The danger and treatment of anchor worms
Description and treatment of anchor worms
Anchor worms are so called because it has an organ that looks like a ship’s anchor which it uses to attach itself to the body of a fish. Scientists call anchor worms Lernea. This is a parasite that is visible to the naked eye. What you will see is long straight worm like lines attached all over a fish’s body. The end of the “lines” forks into two parts. These are actually the egg pouches of a female anchor worm. There are male and female anchor worms but the male anchor worms die after mating so you will mostly see the females.
The harm caused by anchor worms
Anchor worms don’t just attach themselves to the body of the fish but actually embed the “anchor” deep into the flesh, muscles and even as deep as internal organs. Where the anchor worm penetrates the skin a swollen red ulcer will develop. This sore usually leads to secondary fungal or bacterial infections. The anchor worm drains the fish by feeding off its blood.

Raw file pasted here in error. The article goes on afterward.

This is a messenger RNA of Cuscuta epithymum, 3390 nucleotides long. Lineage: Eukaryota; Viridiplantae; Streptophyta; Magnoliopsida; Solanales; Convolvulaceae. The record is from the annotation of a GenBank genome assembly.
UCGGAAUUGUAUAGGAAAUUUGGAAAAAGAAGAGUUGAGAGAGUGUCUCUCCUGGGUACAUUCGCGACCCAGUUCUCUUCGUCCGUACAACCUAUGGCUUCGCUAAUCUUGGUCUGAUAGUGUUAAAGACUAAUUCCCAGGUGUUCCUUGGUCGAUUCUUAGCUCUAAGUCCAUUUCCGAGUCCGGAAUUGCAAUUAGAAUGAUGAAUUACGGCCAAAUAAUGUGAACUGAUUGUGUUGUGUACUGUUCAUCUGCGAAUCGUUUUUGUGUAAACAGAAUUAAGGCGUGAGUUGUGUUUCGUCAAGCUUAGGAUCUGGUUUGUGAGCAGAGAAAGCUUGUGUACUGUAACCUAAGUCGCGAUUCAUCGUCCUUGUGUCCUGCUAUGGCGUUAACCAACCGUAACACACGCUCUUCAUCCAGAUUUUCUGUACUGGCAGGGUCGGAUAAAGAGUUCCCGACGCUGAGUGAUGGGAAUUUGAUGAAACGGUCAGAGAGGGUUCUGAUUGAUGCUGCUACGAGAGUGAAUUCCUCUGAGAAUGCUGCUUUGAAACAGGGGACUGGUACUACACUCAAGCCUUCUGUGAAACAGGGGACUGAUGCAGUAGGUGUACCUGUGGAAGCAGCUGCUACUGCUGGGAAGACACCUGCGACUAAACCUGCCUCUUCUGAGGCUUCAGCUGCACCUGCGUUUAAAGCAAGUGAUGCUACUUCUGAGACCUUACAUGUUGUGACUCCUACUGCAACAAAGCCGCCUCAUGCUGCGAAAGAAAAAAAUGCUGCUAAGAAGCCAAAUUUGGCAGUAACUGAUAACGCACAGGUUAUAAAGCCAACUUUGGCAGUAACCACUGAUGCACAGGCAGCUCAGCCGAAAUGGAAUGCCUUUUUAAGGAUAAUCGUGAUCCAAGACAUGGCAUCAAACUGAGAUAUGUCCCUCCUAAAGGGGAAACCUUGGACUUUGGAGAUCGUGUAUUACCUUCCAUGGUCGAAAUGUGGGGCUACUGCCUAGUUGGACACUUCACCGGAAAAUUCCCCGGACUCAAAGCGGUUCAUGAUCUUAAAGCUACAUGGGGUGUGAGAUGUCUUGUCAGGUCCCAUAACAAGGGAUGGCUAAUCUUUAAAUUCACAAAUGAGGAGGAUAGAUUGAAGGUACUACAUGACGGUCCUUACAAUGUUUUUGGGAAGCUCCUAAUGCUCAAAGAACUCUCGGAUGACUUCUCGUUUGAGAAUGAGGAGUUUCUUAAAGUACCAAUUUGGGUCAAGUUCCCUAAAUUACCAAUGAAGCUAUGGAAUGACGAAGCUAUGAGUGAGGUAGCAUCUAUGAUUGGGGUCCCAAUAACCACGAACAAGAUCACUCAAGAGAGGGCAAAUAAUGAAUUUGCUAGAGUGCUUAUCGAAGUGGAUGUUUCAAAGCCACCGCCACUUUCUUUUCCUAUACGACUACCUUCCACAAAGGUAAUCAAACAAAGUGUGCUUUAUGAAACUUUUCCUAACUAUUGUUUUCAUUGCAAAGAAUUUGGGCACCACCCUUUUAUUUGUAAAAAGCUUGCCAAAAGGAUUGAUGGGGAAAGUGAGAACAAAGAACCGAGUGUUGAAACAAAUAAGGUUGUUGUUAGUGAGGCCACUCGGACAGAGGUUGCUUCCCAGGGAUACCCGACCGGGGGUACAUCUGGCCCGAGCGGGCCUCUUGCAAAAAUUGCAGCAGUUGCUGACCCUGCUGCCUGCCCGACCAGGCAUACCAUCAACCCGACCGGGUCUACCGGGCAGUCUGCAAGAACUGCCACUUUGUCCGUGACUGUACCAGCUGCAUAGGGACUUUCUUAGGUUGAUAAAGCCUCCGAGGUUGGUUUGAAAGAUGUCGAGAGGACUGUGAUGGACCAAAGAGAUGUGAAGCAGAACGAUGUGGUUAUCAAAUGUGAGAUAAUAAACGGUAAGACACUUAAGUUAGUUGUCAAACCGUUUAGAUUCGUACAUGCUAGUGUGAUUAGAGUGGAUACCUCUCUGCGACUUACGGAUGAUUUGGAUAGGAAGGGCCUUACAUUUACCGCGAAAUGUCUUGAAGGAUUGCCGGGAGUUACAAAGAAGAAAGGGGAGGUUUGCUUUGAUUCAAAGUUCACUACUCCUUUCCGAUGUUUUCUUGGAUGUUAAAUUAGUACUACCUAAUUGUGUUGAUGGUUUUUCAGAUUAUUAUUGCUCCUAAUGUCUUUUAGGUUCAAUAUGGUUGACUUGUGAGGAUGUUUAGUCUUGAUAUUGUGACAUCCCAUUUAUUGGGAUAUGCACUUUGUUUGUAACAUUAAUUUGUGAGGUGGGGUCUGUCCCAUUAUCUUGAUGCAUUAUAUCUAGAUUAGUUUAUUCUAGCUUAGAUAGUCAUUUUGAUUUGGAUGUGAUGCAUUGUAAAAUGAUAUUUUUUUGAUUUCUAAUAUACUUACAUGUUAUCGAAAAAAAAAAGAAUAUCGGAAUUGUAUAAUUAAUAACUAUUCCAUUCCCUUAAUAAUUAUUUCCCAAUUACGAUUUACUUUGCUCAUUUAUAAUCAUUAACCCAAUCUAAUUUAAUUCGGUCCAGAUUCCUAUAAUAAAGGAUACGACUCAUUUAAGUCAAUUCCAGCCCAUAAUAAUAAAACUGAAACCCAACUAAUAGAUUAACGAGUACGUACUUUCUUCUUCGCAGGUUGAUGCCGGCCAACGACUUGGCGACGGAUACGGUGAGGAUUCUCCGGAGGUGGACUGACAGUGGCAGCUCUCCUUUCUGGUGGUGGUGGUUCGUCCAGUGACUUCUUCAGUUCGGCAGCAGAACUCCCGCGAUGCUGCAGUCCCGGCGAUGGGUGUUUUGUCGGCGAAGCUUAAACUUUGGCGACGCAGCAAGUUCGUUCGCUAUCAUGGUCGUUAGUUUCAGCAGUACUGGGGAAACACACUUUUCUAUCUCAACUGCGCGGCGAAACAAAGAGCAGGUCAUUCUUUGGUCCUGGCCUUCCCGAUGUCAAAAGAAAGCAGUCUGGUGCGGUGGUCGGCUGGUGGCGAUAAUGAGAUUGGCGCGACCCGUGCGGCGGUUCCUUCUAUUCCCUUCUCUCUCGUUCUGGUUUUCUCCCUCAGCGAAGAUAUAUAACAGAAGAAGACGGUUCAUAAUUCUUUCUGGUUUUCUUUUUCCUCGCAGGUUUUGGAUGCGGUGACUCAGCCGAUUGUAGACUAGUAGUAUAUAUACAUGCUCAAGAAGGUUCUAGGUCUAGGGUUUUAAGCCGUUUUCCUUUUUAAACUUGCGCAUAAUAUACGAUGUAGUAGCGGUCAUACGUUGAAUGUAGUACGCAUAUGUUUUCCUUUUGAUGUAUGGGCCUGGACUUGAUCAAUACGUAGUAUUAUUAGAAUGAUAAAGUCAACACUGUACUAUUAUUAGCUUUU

Life cycle of anchor worms
The female anchor worm will release her eggs into the water when they are about to hatch into free swimming larvae. These larvae will swim about for up to a week looking for a fish to attach itself to. If they don’t attach themselves in this time they will die off.
The larvae will go through a juvenile stage and an adult stage. At the adult stage they will mate, with the males dying off, leaving behind the females with her eggs. The females stay attached waiting for her eggs to mature.
Treatment of anchor worms
To treat anchor worms successfully, you need a two pronged approach. One part involves taking each infected fish out of the aquarium, one by one to remove the anchor worms. Use tweezers and grab the anchor worm near to the attachment point. Grab tightly and pull it out quickly before the worm has a chance to react. Dab the sore on the fish with an aquatic antiseptic. The second part of the treatment involves adding a chemical treatment to the water to kill off any free swimming larvae in the water. Use an organophosphorous insecticide such as metriphonate.
After one week repeat the treatment. Remove any new anchor worms that have attached and treat the water again in case there are any new free swimming larvae.
Luckily anchor worms are quite rare and when it does occur they are easily spotted. Infection usually comes from newly introduced fish or from birds that bring it to ponds.